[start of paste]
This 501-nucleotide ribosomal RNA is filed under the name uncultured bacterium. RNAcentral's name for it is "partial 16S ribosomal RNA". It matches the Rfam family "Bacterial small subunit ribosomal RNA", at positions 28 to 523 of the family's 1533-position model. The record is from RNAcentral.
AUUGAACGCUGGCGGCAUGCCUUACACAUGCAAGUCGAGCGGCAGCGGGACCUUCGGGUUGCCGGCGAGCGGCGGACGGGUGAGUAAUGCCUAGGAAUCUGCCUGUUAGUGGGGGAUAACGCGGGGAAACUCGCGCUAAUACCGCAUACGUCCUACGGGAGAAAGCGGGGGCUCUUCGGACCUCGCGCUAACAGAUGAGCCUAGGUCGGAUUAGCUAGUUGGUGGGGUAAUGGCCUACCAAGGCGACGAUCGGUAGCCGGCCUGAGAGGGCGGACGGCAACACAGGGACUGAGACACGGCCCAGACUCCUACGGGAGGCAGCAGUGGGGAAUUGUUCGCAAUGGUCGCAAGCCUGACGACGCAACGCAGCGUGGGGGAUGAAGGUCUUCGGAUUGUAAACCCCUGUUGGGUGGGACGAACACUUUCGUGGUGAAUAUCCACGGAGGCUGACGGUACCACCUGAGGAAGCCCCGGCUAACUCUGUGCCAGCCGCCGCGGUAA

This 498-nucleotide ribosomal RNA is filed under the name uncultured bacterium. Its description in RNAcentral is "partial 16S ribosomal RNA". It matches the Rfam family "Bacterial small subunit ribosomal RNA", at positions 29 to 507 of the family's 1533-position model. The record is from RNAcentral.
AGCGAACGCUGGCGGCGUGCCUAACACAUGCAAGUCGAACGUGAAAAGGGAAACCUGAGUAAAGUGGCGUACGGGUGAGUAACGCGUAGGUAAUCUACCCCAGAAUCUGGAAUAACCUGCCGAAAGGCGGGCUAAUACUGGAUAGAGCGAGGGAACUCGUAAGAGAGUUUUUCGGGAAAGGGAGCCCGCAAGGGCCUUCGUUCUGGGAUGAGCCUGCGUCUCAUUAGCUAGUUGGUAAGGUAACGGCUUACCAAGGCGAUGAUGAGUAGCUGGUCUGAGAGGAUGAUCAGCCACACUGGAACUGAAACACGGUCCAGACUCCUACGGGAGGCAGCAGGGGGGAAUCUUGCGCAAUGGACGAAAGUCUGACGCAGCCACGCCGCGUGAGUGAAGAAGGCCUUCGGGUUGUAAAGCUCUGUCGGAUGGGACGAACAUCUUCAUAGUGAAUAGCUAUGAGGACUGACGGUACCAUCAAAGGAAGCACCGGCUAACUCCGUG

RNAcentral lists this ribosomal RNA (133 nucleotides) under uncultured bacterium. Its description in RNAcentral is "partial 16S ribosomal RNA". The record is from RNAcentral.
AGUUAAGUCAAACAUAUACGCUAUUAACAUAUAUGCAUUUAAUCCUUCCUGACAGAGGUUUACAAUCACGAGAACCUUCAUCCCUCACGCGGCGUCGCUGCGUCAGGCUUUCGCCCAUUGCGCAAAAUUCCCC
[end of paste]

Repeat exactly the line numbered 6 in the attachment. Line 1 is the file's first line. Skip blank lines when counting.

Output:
AGUUAAGUCAAACAUAUACGCUAUUAACAUAUAUGCAUUUAAUCCUUCCUGACAGAGGUUUACAAUCACGAGAACCUUCAUCCCUCACGCGGCGUCGCUGCGUCAGGCUUUCGCCCAUUGCGCAAAAUUCCCC